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Thread: SPAL brushless fan

  1. #1
    Senior Member Bitsyncmaster's Avatar
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    SPAL brushless fan

    I got the SPAL brushless fan for testing.

    Part numbers on the fan:
    VA109-ABL321
    P/N-109A/SH 12V
    10 R-05 8155

    Very nice build quality. Cables are long and fan power wires look to be 10 AWG. The fan requires using their temperature sender which has electronics inside the sender that drive a control signal to the fan which turns the fan on via a pulse width signal (looks like the driver is open collector) and the fan electronics capacitor couples that signal to its electronics. The fan blades have a ring around the outside that spins with the blades. I think that is a good design for fan blade efficiency.

    The temperature sender has four wires, Ground, Switched 12 volts, force full power (12 volts drives fan to full power) and the sensor output wired to the fan signal input. I will be testing that sender output to make a table of PW values at each temperature. So there are no relays and only one control input that forces the fan to full power.

    The fan ramps up which takes 16 seconds to reach full speed. I think the ramp up time should be 5 seconds or less which would give engine idle speed control plenty of time to adjust to the added load.

    The standby current of the fan is 36 ua. @ 12.5 volts which is very good for standby current.

    The fan draws 22 amps in free air at 13.0 volts on the fan power. With the fan sitting on the OEM radiator that full speed current is 27 amps. So I would guess if I had the AC condenser also resisting air flow the full speed current would be around 30 amps.
    Dave M vin 03572
    http://dm-eng.weebly.com/

  2. #2
    Senior Member Bitsyncmaster's Avatar
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    My thoughts about using this fan for the DeLorean. Definitely to much current (power) for the need to keep our engine at proper temperature and AC working well.

    Even if the fans would run lower currents (not run at full speed) you still need to have the fans running about 7 to 10 amps when the AC is on. So you would need to build a PW controller to run the fan when the AC is on and engine cooling is not turning the fan on.

    Even running one fan would still be overkill for the DeLorean and not sure if one fan efficiency would even equal a double fan setup.

    Mounting the fans on a stock shroud would be pretty easy. I would cut the shroud so the fans could be mounted at the same distance as the OEM fan blades sit.

    At 30 amps I'm sure these fans will move more air than OEM fans. I was going to test air flow but could not find my hot wire anemometer. I put it in a safe space and forgot where that was.

    Now you may want to use these fans in another car that needs more air flow.

    Maybe someday they will sell lower power units.
    Dave M vin 03572
    http://dm-eng.weebly.com/

  3. #3
    '82 T3 FABombjoy's Avatar
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    My VIN:    10270

    Having the driver built-in solves a several problems for PWM fan control, at least with something like Megasquirt. The question has always been which "black box" to integrate into the setup that's most applicable to the fans being used. Many of the aftermarket fan controllers don't post specs, so you have to guesstimate current capacity based on the OEM integration then reverse-engineer the control modes & ranges. If it's engineered-in for this specific fan, problem solved! As long as the frequency is within range of the EFI controller, anyway. PWM frequency seems to be the only specification not listed in the "drive control modes" PDF but is probably available somewhere. Looking forward to reading your results!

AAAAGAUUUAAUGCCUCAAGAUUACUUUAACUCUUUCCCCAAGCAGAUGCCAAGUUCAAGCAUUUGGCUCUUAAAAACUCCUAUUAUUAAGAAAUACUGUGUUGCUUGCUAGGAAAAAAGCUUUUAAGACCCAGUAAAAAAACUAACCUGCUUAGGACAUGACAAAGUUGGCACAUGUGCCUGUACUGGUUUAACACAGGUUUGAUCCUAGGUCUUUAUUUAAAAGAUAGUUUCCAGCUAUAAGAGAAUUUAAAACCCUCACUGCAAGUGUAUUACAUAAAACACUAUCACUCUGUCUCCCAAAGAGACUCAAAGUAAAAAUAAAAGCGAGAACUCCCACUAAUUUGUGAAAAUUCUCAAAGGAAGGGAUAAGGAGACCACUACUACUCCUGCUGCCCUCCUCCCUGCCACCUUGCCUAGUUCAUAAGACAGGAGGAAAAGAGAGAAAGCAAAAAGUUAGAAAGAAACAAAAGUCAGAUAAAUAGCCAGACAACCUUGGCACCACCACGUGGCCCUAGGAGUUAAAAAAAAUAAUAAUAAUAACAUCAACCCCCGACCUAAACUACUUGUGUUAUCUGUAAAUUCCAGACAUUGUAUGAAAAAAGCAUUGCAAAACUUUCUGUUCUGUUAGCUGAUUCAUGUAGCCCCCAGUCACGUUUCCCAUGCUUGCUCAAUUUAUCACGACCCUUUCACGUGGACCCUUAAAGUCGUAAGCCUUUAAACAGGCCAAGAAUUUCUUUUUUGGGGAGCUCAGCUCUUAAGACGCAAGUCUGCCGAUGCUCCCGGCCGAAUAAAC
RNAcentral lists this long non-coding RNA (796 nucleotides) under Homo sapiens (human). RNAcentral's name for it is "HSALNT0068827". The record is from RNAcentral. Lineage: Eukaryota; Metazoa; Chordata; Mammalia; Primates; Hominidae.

https://www.spalautomotive.it/docume...5-b7cfc4486ddb
    Luke S :: 10270 :: 82 Grey 5-Speed :: Single Watercooled T3 .60/.48 :: Borla Exhaust :: MSD Ignition :: MS3X Fully SFI Odd-fire EFI :: DevilsOwn Methanol Injection

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    What do they give you for instructions? Is the wire that puts them at full speed intended for AC? Would I be right to assume the ground and switched 12V carry all the current running the fan? (The other two wires are small gauge/small current)

    I'm completely out of my depth in electronics, so bear with me. I'm totally guessing that the actual temp sender is a verible resistance like most standard temp senders. But on the back of it is additional electronics to convert that signal to the PWM. Is that what you figure? If so, Do you think the sender could be separated from the electronics?

    Here's my logic.

    I tend to agree with you that this fan won't be suitable for the Delorean. The only way I see it working is mounting two of them as stock. I understand that you can run two fans off one sender. Since the temp controls the fan speed, that setup would probably work fine for the engine cooling. Probably the fans would never run full speed because they throw so much air. So maybe they would draw less power than a stock setup. The problem is when the AC comes on the full speed wire gets triggered and the amp draw goes through the roof. If there was a way to seperate the sender from the electronics and install a resistor in line, you could make the full power wire be a 1/2 power wire. (Or whatever speed you choose) Unless you do this, you would have to install all new wires to handle the load.

    If that was possible, the question is there any benifit? If you could deturmin amp draw at a given air flow is less than a stock fan, there could be. But as it stands, it appears that the amp draw will be the same or worse. I guess what I'm saying is the manufacturer is lying.

    Do you have amp draw numbers for a stock fan and the newer stock fan replacements?

  5. #5
    Senior Member Bitsyncmaster's Avatar
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    A resistor would not work for many reasons. One it would have to be over 100 watts. Two, it would drop the voltage to the fan and it's electronics and the spec is 13 volts to 15 volts I think.